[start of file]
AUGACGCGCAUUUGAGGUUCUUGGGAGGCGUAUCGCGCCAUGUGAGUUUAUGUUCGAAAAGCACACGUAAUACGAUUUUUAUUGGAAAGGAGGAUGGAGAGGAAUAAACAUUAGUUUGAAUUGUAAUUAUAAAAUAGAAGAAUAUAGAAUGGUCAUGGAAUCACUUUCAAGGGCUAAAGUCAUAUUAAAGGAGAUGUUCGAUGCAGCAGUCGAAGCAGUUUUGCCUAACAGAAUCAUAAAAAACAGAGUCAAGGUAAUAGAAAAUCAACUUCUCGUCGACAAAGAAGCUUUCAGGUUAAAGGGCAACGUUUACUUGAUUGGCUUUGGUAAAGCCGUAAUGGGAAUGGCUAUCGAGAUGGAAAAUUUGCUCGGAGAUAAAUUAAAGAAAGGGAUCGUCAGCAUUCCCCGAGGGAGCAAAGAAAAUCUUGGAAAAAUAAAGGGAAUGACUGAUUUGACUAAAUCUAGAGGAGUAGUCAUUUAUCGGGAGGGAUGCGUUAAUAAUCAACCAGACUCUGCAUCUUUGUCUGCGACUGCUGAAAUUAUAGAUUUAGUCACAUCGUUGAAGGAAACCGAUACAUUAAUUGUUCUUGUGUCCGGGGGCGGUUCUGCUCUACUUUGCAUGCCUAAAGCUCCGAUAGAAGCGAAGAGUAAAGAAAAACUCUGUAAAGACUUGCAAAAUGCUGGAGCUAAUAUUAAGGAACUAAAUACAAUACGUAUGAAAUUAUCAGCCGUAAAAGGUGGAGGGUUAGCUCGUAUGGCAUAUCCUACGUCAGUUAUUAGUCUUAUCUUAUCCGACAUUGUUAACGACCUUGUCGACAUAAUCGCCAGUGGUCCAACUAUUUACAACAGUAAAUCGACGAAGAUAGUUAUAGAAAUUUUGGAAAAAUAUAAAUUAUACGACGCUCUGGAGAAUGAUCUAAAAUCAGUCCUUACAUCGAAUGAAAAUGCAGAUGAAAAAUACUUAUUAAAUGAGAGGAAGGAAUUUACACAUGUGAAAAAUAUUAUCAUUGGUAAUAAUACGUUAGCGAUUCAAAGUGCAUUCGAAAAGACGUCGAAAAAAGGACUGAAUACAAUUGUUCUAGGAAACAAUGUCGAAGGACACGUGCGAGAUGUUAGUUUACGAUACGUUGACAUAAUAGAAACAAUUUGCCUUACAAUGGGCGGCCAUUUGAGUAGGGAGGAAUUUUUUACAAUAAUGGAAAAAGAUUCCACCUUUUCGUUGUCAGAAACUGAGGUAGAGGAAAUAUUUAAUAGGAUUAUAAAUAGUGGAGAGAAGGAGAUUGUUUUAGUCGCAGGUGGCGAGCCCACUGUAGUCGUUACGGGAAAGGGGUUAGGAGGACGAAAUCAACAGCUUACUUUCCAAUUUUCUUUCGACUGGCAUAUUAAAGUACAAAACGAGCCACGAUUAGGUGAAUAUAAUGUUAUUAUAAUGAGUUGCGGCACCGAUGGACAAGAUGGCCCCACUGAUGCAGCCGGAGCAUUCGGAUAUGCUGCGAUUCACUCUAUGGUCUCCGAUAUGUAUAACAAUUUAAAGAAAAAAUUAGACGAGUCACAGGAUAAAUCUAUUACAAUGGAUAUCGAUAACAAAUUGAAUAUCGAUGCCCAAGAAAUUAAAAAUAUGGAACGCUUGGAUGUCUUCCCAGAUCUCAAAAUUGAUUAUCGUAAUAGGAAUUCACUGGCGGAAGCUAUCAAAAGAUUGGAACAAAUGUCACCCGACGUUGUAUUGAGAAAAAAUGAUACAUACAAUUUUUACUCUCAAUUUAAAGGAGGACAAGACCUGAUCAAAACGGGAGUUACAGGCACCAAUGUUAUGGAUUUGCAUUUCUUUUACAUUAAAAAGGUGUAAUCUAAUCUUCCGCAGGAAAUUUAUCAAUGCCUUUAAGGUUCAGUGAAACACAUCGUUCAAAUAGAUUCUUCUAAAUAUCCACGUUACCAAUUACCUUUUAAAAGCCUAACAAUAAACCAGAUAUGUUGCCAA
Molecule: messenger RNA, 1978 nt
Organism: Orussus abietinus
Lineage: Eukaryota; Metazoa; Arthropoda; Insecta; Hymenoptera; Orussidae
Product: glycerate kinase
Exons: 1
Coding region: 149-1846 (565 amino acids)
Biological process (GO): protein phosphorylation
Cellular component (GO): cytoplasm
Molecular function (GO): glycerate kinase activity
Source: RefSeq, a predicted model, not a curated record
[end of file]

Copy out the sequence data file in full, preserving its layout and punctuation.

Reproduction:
AUGACGCGCAUUUGAGGUUCUUGGGAGGCGUAUCGCGCCAUGUGAGUUUAUGUUCGAAAAGCACACGUAAUACGAUUUUUAUUGGAAAGGAGGAUGGAGAGGAAUAAACAUUAGUUUGAAUUGUAAUUAUAAAAUAGAAGAAUAUAGAAUGGUCAUGGAAUCACUUUCAAGGGCUAAAGUCAUAUUAAAGGAGAUGUUCGAUGCAGCAGUCGAAGCAGUUUUGCCUAACAGAAUCAUAAAAAACAGAGUCAAGGUAAUAGAAAAUCAACUUCUCGUCGACAAAGAAGCUUUCAGGUUAAAGGGCAACGUUUACUUGAUUGGCUUUGGUAAAGCCGUAAUGGGAAUGGCUAUCGAGAUGGAAAAUUUGCUCGGAGAUAAAUUAAAGAAAGGGAUCGUCAGCAUUCCCCGAGGGAGCAAAGAAAAUCUUGGAAAAAUAAAGGGAAUGACUGAUUUGACUAAAUCUAGAGGAGUAGUCAUUUAUCGGGAGGGAUGCGUUAAUAAUCAACCAGACUCUGCAUCUUUGUCUGCGACUGCUGAAAUUAUAGAUUUAGUCACAUCGUUGAAGGAAACCGAUACAUUAAUUGUUCUUGUGUCCGGGGGCGGUUCUGCUCUACUUUGCAUGCCUAAAGCUCCGAUAGAAGCGAAGAGUAAAGAAAAACUCUGUAAAGACUUGCAAAAUGCUGGAGCUAAUAUUAAGGAACUAAAUACAAUACGUAUGAAAUUAUCAGCCGUAAAAGGUGGAGGGUUAGCUCGUAUGGCAUAUCCUACGUCAGUUAUUAGUCUUAUCUUAUCCGACAUUGUUAACGACCUUGUCGACAUAAUCGCCAGUGGUCCAACUAUUUACAACAGUAAAUCGACGAAGAUAGUUAUAGAAAUUUUGGAAAAAUAUAAAUUAUACGACGCUCUGGAGAAUGAUCUAAAAUCAGUCCUUACAUCGAAUGAAAAUGCAGAUGAAAAAUACUUAUUAAAUGAGAGGAAGGAAUUUACACAUGUGAAAAAUAUUAUCAUUGGUAAUAAUACGUUAGCGAUUCAAAGUGCAUUCGAAAAGACGUCGAAAAAAGGACUGAAUACAAUUGUUCUAGGAAACAAUGUCGAAGGACACGUGCGAGAUGUUAGUUUACGAUACGUUGACAUAAUAGAAACAAUUUGCCUUACAAUGGGCGGCCAUUUGAGUAGGGAGGAAUUUUUUACAAUAAUGGAAAAAGAUUCCACCUUUUCGUUGUCAGAAACUGAGGUAGAGGAAAUAUUUAAUAGGAUUAUAAAUAGUGGAGAGAAGGAGAUUGUUUUAGUCGCAGGUGGCGAGCCCACUGUAGUCGUUACGGGAAAGGGGUUAGGAGGACGAAAUCAACAGCUUACUUUCCAAUUUUCUUUCGACUGGCAUAUUAAAGUACAAAACGAGCCACGAUUAGGUGAAUAUAAUGUUAUUAUAAUGAGUUGCGGCACCGAUGGACAAGAUGGCCCCACUGAUGCAGCCGGAGCAUUCGGAUAUGCUGCGAUUCACUCUAUGGUCUCCGAUAUGUAUAACAAUUUAAAGAAAAAAUUAGACGAGUCACAGGAUAAAUCUAUUACAAUGGAUAUCGAUAACAAAUUGAAUAUCGAUGCCCAAGAAAUUAAAAAUAUGGAACGCUUGGAUGUCUUCCCAGAUCUCAAAAUUGAUUAUCGUAAUAGGAAUUCACUGGCGGAAGCUAUCAAAAGAUUGGAACAAAUGUCACCCGACGUUGUAUUGAGAAAAAAUGAUACAUACAAUUUUUACUCUCAAUUUAAAGGAGGACAAGACCUGAUCAAAACGGGAGUUACAGGCACCAAUGUUAUGGAUUUGCAUUUCUUUUACAUUAAAAAGGUGUAAUCUAAUCUUCCGCAGGAAAUUUAUCAAUGCCUUUAAGGUUCAGUGAAACACAUCGUUCAAAUAGAUUCUUCUAAAUAUCCACGUUACCAAUUACCUUUUAAAAGCCUAACAAUAAACCAGAUAUGUUGCCAA
Molecule: messenger RNA, 1978 nt
Organism: Orussus abietinus
Lineage: Eukaryota; Metazoa; Arthropoda; Insecta; Hymenoptera; Orussidae
Product: glycerate kinase
Exons: 1
Coding region: 149-1846 (565 amino acids)
Biological process (GO): protein phosphorylation
Cellular component (GO): cytoplasm
Molecular function (GO): glycerate kinase activity
Source: RefSeq, a predicted model, not a curated record